Very simple shader utilising the same method that I used in the Lemminvade and Flappy Bird shader to draw the pixel images (WebGL, pure fragment shader, sourcecode on Shadertoy).

This shader is now part of pixi.js, a 2D webGL framework for JavaScript.

**Shadertoy** (annoying sound!)

**Related Topics:**

asciiRenderQ&A

Hi, I'm a student from south korea. I was searching for ascii rendering and I found your work. It is pretty awsome so I tried it out for myself. However, I'm kind of having some trouble of understanding your source code. I can understand the bitmap value from the previous comments, but the rest of the code is hard to understand. For example, I don't get of the equation of this:

`vec2 p = mod(uv/4.0, 2.0) - vec2(1.0);`

if (iMouse.z > 0.5) col = gray*vec3(character(n, p));

else col = col*character(n, p);

or this:

`p = floor(p*vec2(4.0, -4.0) + 2.5);`

if (clamp(p.x, 0.0, 4.0) == p.x && clamp(p.y, 0.0, 4.0) == p.y)

{

if (int(mod(n/exp2(p.x + 5.0*p.y), 2.0)) == 1) return 1.0;

}

Can you explain me what are these codes used for??

Thanks.

movAX13h

Post authorHi!

I'm glad if I can help!

line 32:`vec2 p = mod(uv/4.0, 2.0) - vec2(1.0);`

This splits the area into pieces of 8x8px and normalizes to values from -1 to +1.

If you change the second value of the mod call (from 2.0 to 4.0 for example), you will see what it does.

lines 8-12:`p = floor(p*vec2(4.0, -4.0) + 2.5);`

if (clamp(p.x, 0.0, 4.0) == p.x && clamp(p.y, 0.0, 4.0) == p.y)

{

if (int(mod(n/exp2(p.x + 5.0*p.y), 2.0)) == 1) return 1.0;

}

First p gets scaled to match our character width and height and shifted to a positive region. p.y is inverted (-4.0) because the characters are encoded in this order.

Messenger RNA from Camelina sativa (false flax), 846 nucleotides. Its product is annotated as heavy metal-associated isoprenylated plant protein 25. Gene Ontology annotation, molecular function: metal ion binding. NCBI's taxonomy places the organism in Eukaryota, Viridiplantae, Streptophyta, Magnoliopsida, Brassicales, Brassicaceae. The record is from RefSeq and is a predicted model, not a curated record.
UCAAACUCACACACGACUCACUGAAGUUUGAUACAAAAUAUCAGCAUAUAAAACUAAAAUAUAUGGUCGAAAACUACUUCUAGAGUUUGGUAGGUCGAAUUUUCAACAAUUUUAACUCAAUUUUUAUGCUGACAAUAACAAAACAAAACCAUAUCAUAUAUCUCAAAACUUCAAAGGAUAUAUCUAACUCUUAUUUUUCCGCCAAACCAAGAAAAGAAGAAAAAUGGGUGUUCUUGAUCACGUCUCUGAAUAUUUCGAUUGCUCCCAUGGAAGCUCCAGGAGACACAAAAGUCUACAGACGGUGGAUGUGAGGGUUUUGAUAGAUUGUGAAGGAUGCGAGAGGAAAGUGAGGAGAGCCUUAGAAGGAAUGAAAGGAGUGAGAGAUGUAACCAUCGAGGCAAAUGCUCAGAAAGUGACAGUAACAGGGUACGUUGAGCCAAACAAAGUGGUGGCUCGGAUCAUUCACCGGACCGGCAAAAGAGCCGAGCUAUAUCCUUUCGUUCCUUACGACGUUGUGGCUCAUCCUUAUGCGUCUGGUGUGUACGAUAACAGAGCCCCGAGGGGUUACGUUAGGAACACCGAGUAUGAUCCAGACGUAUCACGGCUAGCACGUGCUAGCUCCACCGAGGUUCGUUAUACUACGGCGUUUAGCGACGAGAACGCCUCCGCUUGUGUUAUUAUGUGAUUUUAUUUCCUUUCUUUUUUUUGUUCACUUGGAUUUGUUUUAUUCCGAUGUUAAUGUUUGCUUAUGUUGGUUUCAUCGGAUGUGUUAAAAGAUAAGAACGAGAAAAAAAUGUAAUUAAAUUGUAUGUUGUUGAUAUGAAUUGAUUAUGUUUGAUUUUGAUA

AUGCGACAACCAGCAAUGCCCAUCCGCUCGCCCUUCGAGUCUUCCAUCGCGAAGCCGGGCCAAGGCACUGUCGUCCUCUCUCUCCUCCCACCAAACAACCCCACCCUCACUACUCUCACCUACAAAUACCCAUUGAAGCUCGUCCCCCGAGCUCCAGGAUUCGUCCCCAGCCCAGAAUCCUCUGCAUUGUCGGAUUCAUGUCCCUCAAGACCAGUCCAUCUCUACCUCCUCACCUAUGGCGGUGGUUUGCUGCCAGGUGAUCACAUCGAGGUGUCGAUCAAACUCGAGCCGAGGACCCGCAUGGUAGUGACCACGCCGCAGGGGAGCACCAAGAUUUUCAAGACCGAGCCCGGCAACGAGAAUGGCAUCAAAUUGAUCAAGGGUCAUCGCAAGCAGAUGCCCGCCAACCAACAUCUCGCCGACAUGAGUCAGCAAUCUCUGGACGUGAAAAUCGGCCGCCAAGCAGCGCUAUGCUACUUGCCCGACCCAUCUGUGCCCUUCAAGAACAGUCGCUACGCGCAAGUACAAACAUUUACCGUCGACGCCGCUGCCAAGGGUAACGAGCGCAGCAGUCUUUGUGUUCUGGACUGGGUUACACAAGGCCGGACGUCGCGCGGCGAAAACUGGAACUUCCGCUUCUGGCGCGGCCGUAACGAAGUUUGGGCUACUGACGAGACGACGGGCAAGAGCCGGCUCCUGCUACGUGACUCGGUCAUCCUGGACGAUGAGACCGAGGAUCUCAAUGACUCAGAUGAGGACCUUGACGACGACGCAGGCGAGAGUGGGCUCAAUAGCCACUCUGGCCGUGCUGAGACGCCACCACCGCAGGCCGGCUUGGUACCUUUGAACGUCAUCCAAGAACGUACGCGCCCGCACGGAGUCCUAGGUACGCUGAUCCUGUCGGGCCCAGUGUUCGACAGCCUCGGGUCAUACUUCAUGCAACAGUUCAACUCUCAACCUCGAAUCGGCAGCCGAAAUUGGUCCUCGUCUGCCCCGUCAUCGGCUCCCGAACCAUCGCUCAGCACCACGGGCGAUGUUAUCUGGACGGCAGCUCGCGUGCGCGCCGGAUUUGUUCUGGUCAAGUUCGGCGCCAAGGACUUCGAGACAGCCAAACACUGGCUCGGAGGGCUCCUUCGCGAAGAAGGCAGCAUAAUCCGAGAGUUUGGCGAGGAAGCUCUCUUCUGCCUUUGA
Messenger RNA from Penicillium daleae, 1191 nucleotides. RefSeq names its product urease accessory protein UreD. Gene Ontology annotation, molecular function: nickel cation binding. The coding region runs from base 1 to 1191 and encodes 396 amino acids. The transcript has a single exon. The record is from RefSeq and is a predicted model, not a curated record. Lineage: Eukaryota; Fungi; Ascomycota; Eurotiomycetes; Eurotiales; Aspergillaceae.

The if-clamp-line (9) is just a simple way of checking if p.x and p.y are in the range of 0.0 to 4.0.

The most complicated line 11 is calculating the binary AND this way because GLSL ES did not support the AND bit operation back then so I am using:

`(n/2^k)%2`

, assuming n and k integer which in GLSL is:`mod(n/(pow(2.0,k)),2.0)`

This could be simplified because the &-operator is supported now.

I hope that helped to understand the code. Feel free to ask if you have more questions.

itstilldoesntmatter

Hey, massive THANK YOU! For the code and for the really quick answer on Shadertoy. Still I couldn't find your e-mail, so I'm writing here hehe. To be honest, I'm a multimedia artist but I started to learn using software not so long ago, so I'm not sure if I will reach the point when I will be able to write a complete shader. Anyway, for now I hope you wont mind if I'll use your code as a part of the visualisation of my digital performance:)) And also I really liked that you gave me just a hint so I had to get to know this bitmap process a little closer.

movAX13h

Post authorHi, you're welcome. I hope you have seen the link to the little tool that does the bitmapping for you. Just in case, here's the link again: http://www.thrill-project.com/archiv/coding/bitmap/

"Bitmap" is exactly what it is. Since the characters are monochrome, 1 bit is enough to describe 1 pixel. A number in a shader consists of 32bits but only about 25 can be safely used for the mapping process because of precision issues. This means that we can encode 5x5 pixels in these 25 bits (1 number). And this is what the shader does.

itstilldoesntmatter

Thank you for the explanation and the tool. I got to the answer pretty intuitively when I opened your bitmapping link, well maybe also after reading a little:)